A Tribute To Those Who Made The Ultimate Sacrifice
William Bradford Turner Post 265 of the American Legion will conduct its Memorial Day parade and ceremonies on Monday, May 28, 2018, beginning at 10:00 a.m. The parade will step off from Hilton Avenue and Tenth Street then make its way down Franklin Avenue before disbanding at the War Memorial on Seventh Street where keynote speakers will join residents in honoring those who made the ultimate sacrifice. The Garden City Kiwanis Club is supporting and assisting the Post in this effort.
Grand Marshal Christopher Blume, an Army Veteran and past Commander of the William Bradford Turner Post, will lead members of American Legion Post 265 and its Auxiliary, who will join veterans of the Vietnam War, U.S. Marines, members of the U.S. Coast Guard and New York State Guard, along with U.S. Seabees of World War II, members of Daughters of the American Revolution and the Garden City Police Unit. School bands, Majorettes and twirlers, local Scout and Brownie troops, members of the Garden City Athletic Association and Garden City Community Club, the Knights of Columbus and the Garden City Chamber of Commerce will follow.
Village crews are prepping the area this week, erecting a new gazebo, sprucing up the surrounding landscape, re-positioning accent lighting that illuminates the monuments at nightfall and power washing the existing monuments. Additionally, a new American flag will be placed on the flagpole prior to Memorial Day, as it is with all other Village-owned flagpoles throughout the community.
Four plaques honor those residents who served the country during World War I, the Korean War, Vietnam and Iraq/Afghanistan, a “dedication” plaque pays tribute to a rich heritage of military bases “where soldiers, sailors, Marines and airmen lived and trained,” noting that many spent their last days and nights in America on Garden City soil. Another plaque honors those residents who served during World War II and two plaques celebrate Garden City Medal of Honor winners, Lt. Colonel Leon Robert Vance, Jr., who served the country during World War II, and 1st Lieutenant William Bradford Turner, who served during World War I in Ronssoy, France. While in hand-to-hand combat, he saved the lives of fellow soldiers until he was finally surrounded and killed by the enemy.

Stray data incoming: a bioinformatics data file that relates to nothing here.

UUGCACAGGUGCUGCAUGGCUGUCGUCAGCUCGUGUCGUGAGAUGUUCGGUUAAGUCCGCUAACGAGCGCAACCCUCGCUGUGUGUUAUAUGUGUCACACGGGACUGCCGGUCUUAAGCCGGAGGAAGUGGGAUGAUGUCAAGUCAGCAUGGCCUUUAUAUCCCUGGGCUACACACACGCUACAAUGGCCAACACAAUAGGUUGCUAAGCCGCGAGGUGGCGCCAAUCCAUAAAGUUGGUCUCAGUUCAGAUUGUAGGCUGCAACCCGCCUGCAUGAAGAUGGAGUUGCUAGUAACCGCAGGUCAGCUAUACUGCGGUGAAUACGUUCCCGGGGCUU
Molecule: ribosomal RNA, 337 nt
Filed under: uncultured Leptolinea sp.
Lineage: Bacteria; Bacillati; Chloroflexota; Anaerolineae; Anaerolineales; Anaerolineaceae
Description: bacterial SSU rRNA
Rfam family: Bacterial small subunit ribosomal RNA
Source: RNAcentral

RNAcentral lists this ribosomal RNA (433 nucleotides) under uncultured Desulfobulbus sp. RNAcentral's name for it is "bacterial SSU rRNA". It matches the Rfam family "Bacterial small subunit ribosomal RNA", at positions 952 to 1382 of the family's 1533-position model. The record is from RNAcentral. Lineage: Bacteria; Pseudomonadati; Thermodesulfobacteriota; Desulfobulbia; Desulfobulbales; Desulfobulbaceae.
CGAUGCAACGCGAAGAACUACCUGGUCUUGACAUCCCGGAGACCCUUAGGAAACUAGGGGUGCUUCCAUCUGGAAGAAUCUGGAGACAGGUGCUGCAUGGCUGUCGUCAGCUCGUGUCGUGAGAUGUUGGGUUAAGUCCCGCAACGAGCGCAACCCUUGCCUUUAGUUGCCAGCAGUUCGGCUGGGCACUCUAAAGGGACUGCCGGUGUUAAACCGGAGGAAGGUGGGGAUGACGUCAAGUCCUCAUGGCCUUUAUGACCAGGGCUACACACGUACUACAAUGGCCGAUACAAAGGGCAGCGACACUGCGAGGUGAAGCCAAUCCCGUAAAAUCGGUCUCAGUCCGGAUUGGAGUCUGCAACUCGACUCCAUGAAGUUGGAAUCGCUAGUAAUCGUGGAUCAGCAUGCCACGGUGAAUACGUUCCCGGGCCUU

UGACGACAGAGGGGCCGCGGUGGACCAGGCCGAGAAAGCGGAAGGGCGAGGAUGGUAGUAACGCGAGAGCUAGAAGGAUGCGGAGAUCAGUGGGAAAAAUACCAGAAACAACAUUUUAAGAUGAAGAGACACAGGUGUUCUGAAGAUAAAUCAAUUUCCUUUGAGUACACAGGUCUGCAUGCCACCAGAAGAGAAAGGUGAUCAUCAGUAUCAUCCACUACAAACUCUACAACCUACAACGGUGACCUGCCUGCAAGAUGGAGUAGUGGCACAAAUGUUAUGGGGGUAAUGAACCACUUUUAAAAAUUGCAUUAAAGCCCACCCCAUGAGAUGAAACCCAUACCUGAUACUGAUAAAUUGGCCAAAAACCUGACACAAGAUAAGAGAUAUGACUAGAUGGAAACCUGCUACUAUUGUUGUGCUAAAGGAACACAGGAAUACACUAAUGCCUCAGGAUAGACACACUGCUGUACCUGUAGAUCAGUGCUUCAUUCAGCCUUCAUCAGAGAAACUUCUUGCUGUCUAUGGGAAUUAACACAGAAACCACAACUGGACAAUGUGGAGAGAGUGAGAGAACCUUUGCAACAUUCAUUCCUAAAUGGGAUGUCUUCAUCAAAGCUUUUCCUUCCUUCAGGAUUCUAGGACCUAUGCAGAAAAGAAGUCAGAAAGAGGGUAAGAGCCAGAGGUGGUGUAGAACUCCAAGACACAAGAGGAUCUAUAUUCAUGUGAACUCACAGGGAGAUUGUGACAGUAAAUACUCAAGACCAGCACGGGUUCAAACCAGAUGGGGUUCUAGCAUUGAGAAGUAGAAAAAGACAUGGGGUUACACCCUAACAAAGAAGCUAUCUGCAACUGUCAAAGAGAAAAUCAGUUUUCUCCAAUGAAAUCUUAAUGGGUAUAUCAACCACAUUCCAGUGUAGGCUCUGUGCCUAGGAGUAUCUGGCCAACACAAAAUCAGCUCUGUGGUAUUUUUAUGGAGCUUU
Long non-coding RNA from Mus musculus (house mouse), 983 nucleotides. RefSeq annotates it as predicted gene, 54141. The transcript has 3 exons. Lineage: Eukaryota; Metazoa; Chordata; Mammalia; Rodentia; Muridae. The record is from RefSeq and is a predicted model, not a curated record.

“Preparation for Memorial Day is a solemn duty and as such the Village is honored by the role it plays in commemorating this day in remembrance of those who died in service to our country,” Village Administrator Ralph Suozzi said. “Our employees take great pride in the maintenance and presentation of this site.”
This year’s post-parade ceremonies will also include a re-dedication of two large bronze plaques that once sat in the front entrance of the original Doubleday building on Franklin Avenue. The plaques commemorate those Doubleday employees who served in the Armed Forces during World War I and World War II, and those that perished.
When Doubleday departed and a new owner began renovating the building, Garden City resident Cyril Smith, a Vietnam veteran who served with the 82nd Airborne Division, suggested the discarded plaques be relocated. After the plaques were secured, they were moved to the site of The Garden City Historical Society Museum, where they were stored in a visible outdoor display at the entrance to the Society’s consignment shop, the A.T. Stewart Exchange. When approached by Trustee Robert Bolebruch, at the suggestion of Mr. Smith, about relocating the plaques to the Village War Memorial area, the Historical Society was pleased to participate by releasing the plaques to be installed in a more permanent home.
“The Garden City Historical Society is uniquely aware of the importance of preserving this piece of Garden City history and is honored to memorialize the service of the individuals whose names appear on these plaques,” said Brian Pinnola, chairperson of the Historical Society’s Archives Committee. “The Historical Society looks forward to attending the rededication of the plaques at this year’s Memorial Day ceremonies on May 28.”
The Doubleday plaques will join the existing eight plaques in the vicinity of the War Memorial area on Seventh Street, across from the Garden City Hotel.
“I thank Cyril Smith for calling our attention to the Doubleday plaques and the Mayor and Board of Trustees for their support of this historic effort,” Mr. Suozzi said. “Thank you also to our mechanics and Highway Department for mounting and placing these plaques in the vicinity of the existing memorials within such tight time frames.”
Walter Hines Page, who served as Doubleday’s original partner in the Doubleday Page publishing business, was responsible for Doubleday’s move from New York City to Garden City. Descendants of Walter Hines Page will attend the ceremony, including Susan Page Trotman and her husband, Stanley. Susan is the great-granddaughter of Walter Hines Page and a granddaughter of Arthur W. Page.
Commander Frank Tauches, who recently took over the Post, said his mission is to preserve a legacy. “It’s not a legacy of land. It’s not a legacy of buildings. It’s not a legacy of schools,” he said. “It’s a legacy of people.”